From Virginia Slims to smoke-free states: 50 years of US smoking culture

by @benpiven January 15, 2014 5:00AM ET

In 1964, Surgeon General reported link between tobacco and cancer. Smoking debates now center on quitting, e-cigarettes

Public Health

Turn back the clock to before 1964: Tobacco companies provided free Lucky Strikes in American troops’ World War II rations. It was not until the early 1950s that cigarette taxes began to generate considerable revenue for all levels of government. Several major cigarette brands were aggressively marketed on television, including sponsorship of popular shows.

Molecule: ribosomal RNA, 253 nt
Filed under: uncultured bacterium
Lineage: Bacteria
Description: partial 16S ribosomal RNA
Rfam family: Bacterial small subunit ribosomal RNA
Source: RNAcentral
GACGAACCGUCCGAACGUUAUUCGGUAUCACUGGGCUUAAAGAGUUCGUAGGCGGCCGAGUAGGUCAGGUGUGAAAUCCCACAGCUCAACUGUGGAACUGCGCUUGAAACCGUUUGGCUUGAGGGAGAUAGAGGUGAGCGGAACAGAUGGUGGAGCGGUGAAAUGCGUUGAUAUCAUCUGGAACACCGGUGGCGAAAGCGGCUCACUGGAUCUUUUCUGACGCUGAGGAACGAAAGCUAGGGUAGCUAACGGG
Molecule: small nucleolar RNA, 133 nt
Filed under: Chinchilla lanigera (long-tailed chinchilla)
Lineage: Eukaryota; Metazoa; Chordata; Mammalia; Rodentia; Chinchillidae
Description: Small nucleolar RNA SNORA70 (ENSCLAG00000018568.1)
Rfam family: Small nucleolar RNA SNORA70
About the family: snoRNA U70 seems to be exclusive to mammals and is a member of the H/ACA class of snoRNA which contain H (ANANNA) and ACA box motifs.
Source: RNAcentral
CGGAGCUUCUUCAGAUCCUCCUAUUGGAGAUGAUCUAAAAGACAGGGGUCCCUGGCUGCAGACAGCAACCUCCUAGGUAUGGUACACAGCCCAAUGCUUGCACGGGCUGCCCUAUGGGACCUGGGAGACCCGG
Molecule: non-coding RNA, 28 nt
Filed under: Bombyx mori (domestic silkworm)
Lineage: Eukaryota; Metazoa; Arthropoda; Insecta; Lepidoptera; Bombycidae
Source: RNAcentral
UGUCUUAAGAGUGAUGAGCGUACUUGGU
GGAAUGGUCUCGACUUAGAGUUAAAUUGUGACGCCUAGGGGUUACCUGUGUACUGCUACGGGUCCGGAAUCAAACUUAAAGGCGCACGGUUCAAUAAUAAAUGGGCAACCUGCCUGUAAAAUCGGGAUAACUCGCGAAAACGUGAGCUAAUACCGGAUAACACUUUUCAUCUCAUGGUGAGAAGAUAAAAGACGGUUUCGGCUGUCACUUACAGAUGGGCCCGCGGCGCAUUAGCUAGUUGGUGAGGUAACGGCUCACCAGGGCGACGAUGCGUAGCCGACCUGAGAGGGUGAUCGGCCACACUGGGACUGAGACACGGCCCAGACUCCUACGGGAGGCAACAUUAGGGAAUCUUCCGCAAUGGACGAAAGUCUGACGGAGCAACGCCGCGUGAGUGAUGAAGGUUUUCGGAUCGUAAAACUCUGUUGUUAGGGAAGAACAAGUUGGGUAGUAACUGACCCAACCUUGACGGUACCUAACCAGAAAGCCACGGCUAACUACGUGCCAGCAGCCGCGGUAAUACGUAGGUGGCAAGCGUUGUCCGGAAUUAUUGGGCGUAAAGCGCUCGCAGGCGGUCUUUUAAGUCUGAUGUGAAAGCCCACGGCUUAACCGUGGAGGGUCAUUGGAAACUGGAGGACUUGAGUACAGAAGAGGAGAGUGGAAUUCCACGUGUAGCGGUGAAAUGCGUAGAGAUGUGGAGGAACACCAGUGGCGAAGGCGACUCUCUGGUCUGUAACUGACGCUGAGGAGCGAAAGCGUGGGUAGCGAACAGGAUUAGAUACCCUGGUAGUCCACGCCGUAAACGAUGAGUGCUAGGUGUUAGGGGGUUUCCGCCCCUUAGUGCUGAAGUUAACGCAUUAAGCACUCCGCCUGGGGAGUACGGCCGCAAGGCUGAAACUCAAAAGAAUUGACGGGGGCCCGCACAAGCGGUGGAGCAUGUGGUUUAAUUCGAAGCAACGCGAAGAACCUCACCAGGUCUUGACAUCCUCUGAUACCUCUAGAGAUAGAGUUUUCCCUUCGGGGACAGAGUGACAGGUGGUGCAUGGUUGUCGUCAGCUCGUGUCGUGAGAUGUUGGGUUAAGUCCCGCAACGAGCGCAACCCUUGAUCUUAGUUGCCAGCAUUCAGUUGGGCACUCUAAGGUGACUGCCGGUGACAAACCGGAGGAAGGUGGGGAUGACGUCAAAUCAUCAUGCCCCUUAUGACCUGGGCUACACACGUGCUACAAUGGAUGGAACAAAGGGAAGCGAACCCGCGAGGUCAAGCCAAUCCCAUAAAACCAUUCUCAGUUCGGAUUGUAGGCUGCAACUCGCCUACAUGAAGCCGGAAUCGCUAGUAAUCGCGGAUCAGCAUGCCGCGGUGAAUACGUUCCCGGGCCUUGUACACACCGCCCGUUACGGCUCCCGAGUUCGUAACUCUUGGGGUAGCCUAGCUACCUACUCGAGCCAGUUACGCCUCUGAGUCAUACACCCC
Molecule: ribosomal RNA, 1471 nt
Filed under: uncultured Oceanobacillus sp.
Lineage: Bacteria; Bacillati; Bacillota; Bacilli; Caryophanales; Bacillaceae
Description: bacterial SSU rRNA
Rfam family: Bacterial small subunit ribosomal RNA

Overall U.S. tobacco consumption — including cigarettes and other products — peaked in the 1950s at about 13 pounds per person annually, as the federal excise tax on cigarettes was raised to 8 cents a pack. But the nation slowly began to take stock of the health toll. American broadcast icon Edward R. Murrow, who famously smoked on air, died of lung cancer one year before the surgeon general’s famous report. At the time of its publication, the average American smoked 4,345 cigarettes per year — a historic high. All told, the smoking epidemic has killed many times more Americans than have died in all U.S. wars combined.